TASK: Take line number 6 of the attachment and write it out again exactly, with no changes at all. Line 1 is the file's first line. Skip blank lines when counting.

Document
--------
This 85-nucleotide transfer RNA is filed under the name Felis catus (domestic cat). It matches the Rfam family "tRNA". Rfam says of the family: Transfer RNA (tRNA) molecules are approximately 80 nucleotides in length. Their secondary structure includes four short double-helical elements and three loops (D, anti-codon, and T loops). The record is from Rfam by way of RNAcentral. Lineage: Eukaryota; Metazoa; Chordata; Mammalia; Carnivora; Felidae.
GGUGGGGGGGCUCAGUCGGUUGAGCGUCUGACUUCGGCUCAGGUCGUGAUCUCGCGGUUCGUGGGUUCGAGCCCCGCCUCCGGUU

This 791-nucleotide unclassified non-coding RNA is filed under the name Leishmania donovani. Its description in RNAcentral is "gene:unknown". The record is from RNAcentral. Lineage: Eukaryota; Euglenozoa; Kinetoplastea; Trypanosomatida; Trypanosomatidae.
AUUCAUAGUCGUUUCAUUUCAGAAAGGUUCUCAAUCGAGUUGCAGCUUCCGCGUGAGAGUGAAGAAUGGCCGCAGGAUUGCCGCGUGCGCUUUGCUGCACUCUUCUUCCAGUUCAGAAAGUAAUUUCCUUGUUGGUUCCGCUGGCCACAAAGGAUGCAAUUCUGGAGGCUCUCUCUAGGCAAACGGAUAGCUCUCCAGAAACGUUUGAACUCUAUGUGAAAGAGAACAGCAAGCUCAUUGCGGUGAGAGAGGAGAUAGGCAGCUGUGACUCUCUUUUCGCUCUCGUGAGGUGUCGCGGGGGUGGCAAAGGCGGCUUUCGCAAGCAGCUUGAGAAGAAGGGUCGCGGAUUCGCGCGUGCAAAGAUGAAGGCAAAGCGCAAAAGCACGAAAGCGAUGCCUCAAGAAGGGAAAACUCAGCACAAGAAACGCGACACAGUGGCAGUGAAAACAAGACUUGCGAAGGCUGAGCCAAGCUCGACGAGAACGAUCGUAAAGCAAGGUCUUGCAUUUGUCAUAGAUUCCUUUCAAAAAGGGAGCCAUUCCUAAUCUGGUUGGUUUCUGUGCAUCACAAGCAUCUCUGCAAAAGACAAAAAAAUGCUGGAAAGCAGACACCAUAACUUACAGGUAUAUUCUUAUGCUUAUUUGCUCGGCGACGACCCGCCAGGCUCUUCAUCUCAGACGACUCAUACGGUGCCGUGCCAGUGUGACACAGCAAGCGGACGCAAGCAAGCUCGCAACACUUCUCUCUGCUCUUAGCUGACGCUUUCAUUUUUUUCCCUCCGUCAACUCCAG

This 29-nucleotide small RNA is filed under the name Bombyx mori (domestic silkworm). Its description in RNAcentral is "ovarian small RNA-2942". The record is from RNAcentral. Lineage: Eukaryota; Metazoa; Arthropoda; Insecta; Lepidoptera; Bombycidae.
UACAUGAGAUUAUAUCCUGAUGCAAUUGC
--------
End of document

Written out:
UACAUGAGAUUAUAUCCUGAUGCAAUUGC